The internal mechanisms that are used in timepieces have always been fascinating to watch, and are often works of art in their own right. You don’t have to live in the Watch Valley in Switzerland to appreciate this art form. The mechanism highlighted here (from Mechanistic on YouTube) is a two-way to one-way geared coupler (video, embedded below) which can be found at the drive spring winding end of a typical mechanical wristwatch. It is often attached to a heavily eccentrically mounted mass which drives the input gear in either direction, depending upon the motion of the wearer. Just a little regular movement is all that is needed to keep the spring nicely wound, so no forgetting to wind it in the morning hustle!
The idea is beautifully simple; A small sized input gear is driven by the mass, or winder, which drives a larger gear, the centre of which has a one-way clutch, which transmits the torque onwards to the output gear. The input side of the clutch also drives an identical unit, which picks up rotations in the opposite direct, and also drives the same larger output gear. So simple, and watching this super-sized device in operation really gives you an appreciation of how elegant such mechanisms are. Could it be useful in other applications? How about converting wind power to mechanically pump water in remote locations? Let us know your thoughts in the comments down below!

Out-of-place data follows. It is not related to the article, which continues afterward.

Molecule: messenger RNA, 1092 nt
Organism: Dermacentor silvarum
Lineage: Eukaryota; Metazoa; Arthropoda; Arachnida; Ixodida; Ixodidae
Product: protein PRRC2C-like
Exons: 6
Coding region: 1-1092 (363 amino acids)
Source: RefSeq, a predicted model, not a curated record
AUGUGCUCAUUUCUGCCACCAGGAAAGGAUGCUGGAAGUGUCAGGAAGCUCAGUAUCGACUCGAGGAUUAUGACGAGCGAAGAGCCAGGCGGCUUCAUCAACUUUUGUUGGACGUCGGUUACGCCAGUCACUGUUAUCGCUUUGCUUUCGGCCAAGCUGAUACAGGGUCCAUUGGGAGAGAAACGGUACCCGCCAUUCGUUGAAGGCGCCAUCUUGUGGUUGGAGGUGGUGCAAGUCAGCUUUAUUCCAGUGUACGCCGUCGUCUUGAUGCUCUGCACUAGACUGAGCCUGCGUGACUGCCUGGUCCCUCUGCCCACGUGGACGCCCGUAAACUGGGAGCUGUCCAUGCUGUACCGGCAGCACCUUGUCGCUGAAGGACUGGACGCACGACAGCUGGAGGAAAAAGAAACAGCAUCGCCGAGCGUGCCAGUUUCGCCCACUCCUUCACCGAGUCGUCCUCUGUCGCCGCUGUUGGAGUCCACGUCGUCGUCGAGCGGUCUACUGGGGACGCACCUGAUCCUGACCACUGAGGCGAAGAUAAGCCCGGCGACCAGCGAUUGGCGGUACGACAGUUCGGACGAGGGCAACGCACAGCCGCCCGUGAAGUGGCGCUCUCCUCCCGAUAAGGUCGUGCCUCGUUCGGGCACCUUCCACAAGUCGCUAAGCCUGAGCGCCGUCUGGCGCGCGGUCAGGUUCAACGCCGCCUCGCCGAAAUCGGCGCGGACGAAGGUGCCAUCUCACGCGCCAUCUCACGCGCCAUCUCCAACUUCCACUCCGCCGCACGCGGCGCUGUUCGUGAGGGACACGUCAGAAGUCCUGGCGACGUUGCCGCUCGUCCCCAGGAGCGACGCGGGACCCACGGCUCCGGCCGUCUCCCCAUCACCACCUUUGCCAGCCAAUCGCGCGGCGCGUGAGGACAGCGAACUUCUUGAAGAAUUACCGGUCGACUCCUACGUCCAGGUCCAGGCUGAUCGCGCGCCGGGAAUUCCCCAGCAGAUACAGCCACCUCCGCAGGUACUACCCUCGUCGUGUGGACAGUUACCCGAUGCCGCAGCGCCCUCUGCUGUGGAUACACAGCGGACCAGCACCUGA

If you want to play with this yourselves, the source is downloadable from cults3d. Do check out some of the author’s other work!
We do like these super-sized mechanism demonstrators around here, like this 3D printed tourbillon, and here’s a little thing about the escapement mechanism that enables all this timekeeping with any accuracy.